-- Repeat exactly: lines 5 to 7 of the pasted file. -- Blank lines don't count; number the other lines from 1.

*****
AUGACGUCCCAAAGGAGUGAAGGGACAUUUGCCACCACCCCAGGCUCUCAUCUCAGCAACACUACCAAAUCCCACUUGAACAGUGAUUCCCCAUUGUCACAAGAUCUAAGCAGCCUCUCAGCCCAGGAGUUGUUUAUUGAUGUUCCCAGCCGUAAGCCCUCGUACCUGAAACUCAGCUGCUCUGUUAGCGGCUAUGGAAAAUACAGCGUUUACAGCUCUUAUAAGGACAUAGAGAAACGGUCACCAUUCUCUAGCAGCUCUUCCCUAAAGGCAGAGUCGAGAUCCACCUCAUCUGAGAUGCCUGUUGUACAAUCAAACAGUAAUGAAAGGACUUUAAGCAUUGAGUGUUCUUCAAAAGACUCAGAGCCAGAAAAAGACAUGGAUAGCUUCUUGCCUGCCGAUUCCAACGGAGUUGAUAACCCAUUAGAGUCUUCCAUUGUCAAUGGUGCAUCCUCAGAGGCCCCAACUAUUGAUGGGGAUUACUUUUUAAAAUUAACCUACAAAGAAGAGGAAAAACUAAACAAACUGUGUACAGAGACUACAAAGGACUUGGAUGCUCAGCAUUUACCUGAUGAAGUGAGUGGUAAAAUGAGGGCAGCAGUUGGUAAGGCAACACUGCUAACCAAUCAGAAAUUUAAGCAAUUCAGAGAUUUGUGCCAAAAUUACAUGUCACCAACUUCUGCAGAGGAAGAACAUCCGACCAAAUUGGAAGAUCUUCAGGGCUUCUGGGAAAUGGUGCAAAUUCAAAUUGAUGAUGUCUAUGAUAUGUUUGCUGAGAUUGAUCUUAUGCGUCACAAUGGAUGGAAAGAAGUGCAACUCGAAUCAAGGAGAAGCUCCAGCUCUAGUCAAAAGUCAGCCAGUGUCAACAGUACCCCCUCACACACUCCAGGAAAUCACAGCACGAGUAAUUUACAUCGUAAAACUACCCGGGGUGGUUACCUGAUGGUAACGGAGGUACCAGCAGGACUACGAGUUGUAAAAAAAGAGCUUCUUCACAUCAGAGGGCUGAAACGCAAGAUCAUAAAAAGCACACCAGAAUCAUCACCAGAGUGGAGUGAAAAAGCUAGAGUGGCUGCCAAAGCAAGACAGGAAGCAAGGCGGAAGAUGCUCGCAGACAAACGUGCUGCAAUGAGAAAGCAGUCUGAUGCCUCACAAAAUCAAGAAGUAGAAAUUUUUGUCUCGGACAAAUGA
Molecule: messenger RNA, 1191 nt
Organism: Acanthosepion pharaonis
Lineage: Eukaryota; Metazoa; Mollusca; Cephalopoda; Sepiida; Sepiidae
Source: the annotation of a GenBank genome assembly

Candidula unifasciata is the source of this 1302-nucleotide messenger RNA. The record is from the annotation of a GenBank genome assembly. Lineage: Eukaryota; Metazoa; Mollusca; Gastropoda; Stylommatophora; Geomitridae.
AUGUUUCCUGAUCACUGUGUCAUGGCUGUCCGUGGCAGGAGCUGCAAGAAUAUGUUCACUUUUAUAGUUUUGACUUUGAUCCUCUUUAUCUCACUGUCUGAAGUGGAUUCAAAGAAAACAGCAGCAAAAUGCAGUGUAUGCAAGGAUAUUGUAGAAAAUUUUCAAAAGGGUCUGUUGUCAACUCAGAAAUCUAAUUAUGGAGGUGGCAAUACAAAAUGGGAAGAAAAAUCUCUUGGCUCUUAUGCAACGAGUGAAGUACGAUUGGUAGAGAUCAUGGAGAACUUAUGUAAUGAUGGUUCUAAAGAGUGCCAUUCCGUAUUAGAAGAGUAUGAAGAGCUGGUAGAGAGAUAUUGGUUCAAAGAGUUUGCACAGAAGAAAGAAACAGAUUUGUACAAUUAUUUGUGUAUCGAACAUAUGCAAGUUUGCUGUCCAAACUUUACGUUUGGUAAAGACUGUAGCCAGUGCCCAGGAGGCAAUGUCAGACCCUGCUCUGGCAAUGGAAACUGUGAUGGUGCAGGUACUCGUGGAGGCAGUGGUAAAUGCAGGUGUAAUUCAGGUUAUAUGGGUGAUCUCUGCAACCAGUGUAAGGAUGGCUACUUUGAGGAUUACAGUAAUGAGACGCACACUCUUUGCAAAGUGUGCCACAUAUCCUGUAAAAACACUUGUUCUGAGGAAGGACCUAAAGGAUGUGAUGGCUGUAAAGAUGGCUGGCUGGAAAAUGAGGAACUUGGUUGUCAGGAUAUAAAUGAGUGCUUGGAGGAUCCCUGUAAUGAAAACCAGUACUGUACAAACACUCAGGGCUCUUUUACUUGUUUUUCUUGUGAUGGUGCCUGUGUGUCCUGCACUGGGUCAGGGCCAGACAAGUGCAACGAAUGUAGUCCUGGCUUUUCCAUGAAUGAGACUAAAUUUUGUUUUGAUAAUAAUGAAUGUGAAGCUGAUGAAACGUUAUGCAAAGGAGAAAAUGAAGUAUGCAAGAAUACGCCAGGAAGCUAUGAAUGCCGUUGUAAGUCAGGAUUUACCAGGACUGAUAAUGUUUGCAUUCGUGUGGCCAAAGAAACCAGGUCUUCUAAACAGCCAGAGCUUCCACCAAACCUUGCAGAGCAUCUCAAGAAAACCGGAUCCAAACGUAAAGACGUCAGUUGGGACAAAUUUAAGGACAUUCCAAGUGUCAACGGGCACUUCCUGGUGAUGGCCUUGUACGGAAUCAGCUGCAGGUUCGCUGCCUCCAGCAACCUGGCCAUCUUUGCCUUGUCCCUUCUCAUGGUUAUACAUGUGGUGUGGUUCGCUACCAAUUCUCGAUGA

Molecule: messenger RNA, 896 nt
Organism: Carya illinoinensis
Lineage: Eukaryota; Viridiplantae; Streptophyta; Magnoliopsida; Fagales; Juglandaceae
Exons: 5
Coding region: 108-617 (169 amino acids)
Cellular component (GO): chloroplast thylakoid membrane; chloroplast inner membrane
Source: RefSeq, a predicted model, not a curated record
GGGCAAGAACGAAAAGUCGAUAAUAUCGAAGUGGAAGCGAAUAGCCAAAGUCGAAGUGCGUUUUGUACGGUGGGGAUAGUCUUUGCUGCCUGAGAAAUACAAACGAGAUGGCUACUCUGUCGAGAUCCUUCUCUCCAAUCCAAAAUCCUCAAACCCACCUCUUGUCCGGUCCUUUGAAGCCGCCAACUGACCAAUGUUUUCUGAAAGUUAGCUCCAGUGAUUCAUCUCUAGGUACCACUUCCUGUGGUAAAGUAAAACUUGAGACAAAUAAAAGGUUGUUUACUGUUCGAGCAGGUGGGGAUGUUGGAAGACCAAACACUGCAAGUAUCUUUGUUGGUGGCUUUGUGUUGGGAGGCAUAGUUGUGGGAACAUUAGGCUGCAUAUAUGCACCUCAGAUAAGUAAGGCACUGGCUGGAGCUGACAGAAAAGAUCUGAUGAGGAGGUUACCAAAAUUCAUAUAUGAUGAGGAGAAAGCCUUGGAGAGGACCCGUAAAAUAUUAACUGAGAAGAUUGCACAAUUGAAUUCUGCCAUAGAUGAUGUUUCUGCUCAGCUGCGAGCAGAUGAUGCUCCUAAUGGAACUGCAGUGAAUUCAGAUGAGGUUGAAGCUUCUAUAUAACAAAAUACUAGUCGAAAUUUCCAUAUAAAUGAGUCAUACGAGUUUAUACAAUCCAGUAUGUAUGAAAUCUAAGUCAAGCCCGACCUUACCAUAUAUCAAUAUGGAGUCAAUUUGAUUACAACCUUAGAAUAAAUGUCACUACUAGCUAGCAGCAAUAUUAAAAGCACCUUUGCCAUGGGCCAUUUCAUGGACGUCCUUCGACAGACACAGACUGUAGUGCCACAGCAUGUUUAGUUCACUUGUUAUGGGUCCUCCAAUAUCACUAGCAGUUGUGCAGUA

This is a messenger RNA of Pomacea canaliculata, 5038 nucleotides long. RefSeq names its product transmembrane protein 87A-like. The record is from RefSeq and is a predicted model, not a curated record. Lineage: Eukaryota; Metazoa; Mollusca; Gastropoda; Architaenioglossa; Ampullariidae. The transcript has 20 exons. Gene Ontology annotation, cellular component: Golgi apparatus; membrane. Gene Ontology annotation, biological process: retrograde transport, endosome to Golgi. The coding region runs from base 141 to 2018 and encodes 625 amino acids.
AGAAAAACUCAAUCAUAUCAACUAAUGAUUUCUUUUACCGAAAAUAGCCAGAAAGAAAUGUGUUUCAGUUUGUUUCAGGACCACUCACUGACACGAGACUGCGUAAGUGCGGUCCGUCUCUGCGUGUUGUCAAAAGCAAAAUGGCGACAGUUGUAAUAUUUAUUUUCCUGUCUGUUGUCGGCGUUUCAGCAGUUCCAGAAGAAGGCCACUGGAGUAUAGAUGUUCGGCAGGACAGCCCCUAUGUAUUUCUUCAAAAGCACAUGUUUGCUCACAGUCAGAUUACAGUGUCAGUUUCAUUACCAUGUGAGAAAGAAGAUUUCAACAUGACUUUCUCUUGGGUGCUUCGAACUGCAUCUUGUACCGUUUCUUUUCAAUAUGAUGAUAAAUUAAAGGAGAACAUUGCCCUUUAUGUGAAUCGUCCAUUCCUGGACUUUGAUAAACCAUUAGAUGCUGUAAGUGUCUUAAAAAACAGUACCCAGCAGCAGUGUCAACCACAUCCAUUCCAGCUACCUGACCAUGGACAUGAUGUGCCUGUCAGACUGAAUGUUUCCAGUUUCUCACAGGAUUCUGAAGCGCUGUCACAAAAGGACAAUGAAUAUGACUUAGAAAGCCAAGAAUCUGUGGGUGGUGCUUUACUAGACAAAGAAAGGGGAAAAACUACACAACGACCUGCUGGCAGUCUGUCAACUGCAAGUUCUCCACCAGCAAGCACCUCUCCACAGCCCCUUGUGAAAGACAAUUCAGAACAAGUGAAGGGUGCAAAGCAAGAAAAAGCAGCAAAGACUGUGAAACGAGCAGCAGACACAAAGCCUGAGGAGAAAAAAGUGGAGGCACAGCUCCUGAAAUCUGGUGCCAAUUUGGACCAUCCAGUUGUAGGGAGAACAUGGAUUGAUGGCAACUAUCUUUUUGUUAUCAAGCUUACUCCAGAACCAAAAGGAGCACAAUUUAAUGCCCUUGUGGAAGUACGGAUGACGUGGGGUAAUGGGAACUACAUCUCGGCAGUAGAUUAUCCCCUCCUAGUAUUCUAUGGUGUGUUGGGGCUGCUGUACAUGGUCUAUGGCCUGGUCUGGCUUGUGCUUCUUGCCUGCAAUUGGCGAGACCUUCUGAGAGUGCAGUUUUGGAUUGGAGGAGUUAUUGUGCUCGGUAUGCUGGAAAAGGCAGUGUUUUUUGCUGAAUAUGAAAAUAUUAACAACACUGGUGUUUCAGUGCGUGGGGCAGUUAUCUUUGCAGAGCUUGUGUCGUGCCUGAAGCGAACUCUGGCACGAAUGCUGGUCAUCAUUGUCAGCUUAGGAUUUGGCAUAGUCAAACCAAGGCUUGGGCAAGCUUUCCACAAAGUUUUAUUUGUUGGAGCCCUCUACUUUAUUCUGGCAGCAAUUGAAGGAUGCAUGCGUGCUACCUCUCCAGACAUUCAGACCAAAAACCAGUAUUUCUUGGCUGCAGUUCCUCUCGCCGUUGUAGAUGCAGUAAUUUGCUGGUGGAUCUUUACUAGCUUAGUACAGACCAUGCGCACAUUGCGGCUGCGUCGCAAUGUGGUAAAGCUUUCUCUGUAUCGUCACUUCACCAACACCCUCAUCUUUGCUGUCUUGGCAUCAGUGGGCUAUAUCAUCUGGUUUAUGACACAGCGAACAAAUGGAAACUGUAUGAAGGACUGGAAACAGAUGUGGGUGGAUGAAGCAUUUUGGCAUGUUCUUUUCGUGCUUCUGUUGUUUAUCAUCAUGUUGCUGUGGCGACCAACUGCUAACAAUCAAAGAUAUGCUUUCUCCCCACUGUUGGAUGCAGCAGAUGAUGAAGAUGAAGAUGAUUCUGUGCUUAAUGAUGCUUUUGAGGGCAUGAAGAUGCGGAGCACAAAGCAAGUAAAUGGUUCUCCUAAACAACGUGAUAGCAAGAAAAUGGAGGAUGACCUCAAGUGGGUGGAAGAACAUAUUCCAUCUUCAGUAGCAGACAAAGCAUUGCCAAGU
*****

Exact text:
Source: the annotation of a GenBank genome assembly

Candidula unifasciata is the source of this 1302-nucleotide messenger RNA. The record is from the annotation of a GenBank genome assembly. Lineage: Eukaryota; Metazoa; Mollusca; Gastropoda; Stylommatophora; Geomitridae.
AUGUUUCCUGAUCACUGUGUCAUGGCUGUCCGUGGCAGGAGCUGCAAGAAUAUGUUCACUUUUAUAGUUUUGACUUUGAUCCUCUUUAUCUCACUGUCUGAAGUGGAUUCAAAGAAAACAGCAGCAAAAUGCAGUGUAUGCAAGGAUAUUGUAGAAAAUUUUCAAAAGGGUCUGUUGUCAACUCAGAAAUCUAAUUAUGGAGGUGGCAAUACAAAAUGGGAAGAAAAAUCUCUUGGCUCUUAUGCAACGAGUGAAGUACGAUUGGUAGAGAUCAUGGAGAACUUAUGUAAUGAUGGUUCUAAAGAGUGCCAUUCCGUAUUAGAAGAGUAUGAAGAGCUGGUAGAGAGAUAUUGGUUCAAAGAGUUUGCACAGAAGAAAGAAACAGAUUUGUACAAUUAUUUGUGUAUCGAACAUAUGCAAGUUUGCUGUCCAAACUUUACGUUUGGUAAAGACUGUAGCCAGUGCCCAGGAGGCAAUGUCAGACCCUGCUCUGGCAAUGGAAACUGUGAUGGUGCAGGUACUCGUGGAGGCAGUGGUAAAUGCAGGUGUAAUUCAGGUUAUAUGGGUGAUCUCUGCAACCAGUGUAAGGAUGGCUACUUUGAGGAUUACAGUAAUGAGACGCACACUCUUUGCAAAGUGUGCCACAUAUCCUGUAAAAACACUUGUUCUGAGGAAGGACCUAAAGGAUGUGAUGGCUGUAAAGAUGGCUGGCUGGAAAAUGAGGAACUUGGUUGUCAGGAUAUAAAUGAGUGCUUGGAGGAUCCCUGUAAUGAAAACCAGUACUGUACAAACACUCAGGGCUCUUUUACUUGUUUUUCUUGUGAUGGUGCCUGUGUGUCCUGCACUGGGUCAGGGCCAGACAAGUGCAACGAAUGUAGUCCUGGCUUUUCCAUGAAUGAGACUAAAUUUUGUUUUGAUAAUAAUGAAUGUGAAGCUGAUGAAACGUUAUGCAAAGGAGAAAAUGAAGUAUGCAAGAAUACGCCAGGAAGCUAUGAAUGCCGUUGUAAGUCAGGAUUUACCAGGACUGAUAAUGUUUGCAUUCGUGUGGCCAAAGAAACCAGGUCUUCUAAACAGCCAGAGCUUCCACCAAACCUUGCAGAGCAUCUCAAGAAAACCGGAUCCAAACGUAAAGACGUCAGUUGGGACAAAUUUAAGGACAUUCCAAGUGUCAACGGGCACUUCCUGGUGAUGGCCUUGUACGGAAUCAGCUGCAGGUUCGCUGCCUCCAGCAACCUGGCCAUCUUUGCCUUGUCCCUUCUCAUGGUUAUACAUGUGGUGUGGUUCGCUACCAAUUCUCGAUGA